60 Rue des Drapiers, Brussels
21st Nov 1882
My dear Eugénie,
I was very glad to get your letter of the 19th & to find that you are all going on well. I am glad Julius has been fairly satisfied with business this year although hops have been against him. They do seem to have risen very much, here the crop has been bad. I suppose it has been much the same in England.
We are gradually getting settled, but it is a very long job & I dare say when we feel more at home in Brussels we shall like it. It is a nice place, but we have had wretched weather since we have been here & of course have no particular friends yet – although a good many people have called. Hubert is now quite well again & goes to a school kept by an English clergyman here. They are pleased with his progress. He is much younger than his school fellows, the youngest being nine & Hubert only just seven.
I have not been about much yet, only to Antwerp & to Lille. I had to go to Paris the other day again for few hours. I do not yet at all know how things will turn out there. Ned’s estate will produce practically nothing & the partner is trying naturally to get everything into his own hands. Owing to the impossibility of paying him out, it is very possible he may succeed in ousting Father, of course Gus and Joe too. The partner has a great deal to complain of, but he is not a very nice man & he and Joe are at daggers drawn. Both Fred Robinson & myself are doing for them, which so far does not amount to much, we shall both lose money by this business. Things have gone so far it is almost impossible to get things right again. It could be done by cordial cooperation, but that is just what is wanting. Father bears up wonderfully & I think is well looked after, but it is very sad for him at his age.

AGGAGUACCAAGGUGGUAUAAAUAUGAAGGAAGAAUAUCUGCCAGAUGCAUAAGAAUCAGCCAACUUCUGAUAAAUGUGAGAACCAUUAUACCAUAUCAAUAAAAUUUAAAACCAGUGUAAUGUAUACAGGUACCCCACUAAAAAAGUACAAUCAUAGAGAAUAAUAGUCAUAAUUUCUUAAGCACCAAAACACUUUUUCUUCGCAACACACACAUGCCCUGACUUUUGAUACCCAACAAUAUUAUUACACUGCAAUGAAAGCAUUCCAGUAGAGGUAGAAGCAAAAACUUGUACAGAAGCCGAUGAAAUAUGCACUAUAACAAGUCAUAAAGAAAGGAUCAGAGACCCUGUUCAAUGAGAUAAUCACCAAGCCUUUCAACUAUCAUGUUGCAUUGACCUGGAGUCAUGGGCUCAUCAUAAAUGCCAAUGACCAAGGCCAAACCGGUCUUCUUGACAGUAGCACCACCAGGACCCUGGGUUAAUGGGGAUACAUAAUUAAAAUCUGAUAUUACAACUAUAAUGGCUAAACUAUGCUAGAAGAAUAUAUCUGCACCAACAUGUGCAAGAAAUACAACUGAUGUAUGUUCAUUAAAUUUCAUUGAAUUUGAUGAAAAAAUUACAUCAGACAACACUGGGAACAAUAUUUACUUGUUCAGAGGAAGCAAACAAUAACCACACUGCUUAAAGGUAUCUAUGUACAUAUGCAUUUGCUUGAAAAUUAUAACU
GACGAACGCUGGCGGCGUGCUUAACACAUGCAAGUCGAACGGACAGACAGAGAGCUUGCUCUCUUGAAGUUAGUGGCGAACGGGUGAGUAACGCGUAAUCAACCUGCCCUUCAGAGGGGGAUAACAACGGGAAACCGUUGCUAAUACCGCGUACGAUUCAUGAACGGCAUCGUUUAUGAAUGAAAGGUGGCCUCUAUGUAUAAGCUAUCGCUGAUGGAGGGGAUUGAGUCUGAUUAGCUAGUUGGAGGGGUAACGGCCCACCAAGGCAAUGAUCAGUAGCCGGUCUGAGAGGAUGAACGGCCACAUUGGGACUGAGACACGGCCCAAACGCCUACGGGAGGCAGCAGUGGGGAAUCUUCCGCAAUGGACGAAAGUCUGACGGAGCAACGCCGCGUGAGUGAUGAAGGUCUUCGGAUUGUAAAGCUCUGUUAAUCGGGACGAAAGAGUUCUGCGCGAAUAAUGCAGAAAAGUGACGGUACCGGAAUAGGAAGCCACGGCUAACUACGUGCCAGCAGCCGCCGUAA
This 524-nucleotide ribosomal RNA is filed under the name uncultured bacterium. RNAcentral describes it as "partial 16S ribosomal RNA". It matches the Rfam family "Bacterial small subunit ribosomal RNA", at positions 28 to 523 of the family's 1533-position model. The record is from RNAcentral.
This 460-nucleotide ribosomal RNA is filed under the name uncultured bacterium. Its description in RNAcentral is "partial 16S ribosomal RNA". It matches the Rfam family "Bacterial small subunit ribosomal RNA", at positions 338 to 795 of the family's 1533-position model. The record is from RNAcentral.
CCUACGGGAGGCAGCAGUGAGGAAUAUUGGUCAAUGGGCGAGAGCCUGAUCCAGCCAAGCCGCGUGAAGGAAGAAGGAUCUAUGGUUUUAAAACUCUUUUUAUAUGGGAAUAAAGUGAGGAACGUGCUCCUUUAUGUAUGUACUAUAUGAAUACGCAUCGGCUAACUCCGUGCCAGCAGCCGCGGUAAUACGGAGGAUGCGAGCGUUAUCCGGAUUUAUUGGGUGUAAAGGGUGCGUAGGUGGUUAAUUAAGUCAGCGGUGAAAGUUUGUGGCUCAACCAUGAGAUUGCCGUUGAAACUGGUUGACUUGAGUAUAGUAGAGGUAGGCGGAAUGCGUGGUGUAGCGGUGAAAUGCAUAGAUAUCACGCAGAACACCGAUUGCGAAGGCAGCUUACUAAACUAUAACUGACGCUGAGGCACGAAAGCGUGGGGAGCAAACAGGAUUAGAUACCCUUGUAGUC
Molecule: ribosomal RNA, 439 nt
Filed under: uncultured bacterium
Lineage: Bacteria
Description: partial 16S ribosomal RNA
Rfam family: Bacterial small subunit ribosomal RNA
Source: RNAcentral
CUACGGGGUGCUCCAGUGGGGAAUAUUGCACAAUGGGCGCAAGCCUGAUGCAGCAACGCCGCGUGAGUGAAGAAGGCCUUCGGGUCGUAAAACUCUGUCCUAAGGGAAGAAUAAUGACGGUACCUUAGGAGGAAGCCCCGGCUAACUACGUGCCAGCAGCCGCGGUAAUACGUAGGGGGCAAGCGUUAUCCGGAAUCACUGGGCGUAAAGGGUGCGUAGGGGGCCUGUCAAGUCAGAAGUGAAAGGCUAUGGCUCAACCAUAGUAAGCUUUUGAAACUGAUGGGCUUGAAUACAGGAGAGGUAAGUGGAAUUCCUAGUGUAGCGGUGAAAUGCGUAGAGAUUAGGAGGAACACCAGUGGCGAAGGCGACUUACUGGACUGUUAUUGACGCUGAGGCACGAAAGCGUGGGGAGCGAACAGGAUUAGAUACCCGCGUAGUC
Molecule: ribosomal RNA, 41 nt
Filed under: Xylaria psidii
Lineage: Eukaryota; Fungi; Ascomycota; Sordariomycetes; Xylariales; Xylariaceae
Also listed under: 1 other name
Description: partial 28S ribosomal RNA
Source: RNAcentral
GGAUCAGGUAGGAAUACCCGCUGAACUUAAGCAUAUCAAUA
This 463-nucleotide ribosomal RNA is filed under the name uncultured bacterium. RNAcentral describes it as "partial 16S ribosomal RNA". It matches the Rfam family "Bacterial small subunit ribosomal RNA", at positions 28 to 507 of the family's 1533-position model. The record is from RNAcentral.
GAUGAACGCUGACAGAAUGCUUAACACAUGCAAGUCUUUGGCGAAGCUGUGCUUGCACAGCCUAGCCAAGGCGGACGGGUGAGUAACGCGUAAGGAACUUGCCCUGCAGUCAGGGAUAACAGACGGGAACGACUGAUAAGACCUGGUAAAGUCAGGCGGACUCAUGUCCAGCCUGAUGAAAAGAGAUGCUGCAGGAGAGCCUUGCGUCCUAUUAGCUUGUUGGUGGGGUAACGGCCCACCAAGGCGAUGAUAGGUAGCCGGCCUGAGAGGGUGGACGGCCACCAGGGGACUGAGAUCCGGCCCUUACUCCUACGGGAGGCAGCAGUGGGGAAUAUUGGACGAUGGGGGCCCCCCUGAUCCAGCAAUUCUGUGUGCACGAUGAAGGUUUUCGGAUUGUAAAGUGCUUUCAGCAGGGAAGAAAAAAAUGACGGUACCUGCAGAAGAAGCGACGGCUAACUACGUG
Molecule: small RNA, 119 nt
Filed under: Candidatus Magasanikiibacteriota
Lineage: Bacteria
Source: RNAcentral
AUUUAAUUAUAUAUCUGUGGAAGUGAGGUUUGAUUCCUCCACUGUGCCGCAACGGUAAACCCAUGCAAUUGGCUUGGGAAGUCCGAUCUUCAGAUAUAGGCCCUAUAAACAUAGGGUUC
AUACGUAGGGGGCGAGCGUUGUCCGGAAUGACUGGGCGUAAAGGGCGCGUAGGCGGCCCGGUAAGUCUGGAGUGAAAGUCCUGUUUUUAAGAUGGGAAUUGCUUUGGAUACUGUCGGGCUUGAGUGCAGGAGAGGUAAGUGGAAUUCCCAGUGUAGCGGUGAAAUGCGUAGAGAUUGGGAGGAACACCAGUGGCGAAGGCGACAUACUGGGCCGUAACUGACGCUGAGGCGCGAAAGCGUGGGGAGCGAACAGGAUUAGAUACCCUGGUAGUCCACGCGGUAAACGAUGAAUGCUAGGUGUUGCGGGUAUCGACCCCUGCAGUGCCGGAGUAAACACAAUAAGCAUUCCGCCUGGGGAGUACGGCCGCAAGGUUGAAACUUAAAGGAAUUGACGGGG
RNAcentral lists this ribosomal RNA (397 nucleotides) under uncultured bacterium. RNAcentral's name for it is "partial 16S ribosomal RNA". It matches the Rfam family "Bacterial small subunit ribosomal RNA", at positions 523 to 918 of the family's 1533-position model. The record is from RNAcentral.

We do not know yet whether Walter’s children have any money, most likely not for Walter’s business had been going on very badly in Japan lately & probably worry about that helped to kill him. All together it is a somewhat melancholy prospect. We must hope that the New Year will bring a change for the better.
Our baby is very fat & well. Ethel has grown very much & improved wonderfully. She is quite a girl now. She will probably have a very nice voice. Hubert too can sing now very fairly.
I shall probably be more than once a year in England now & whenever I have time will try & run down & see you.
With much love from us both to you & Julius & kisses to the children.
Yr Affte Brother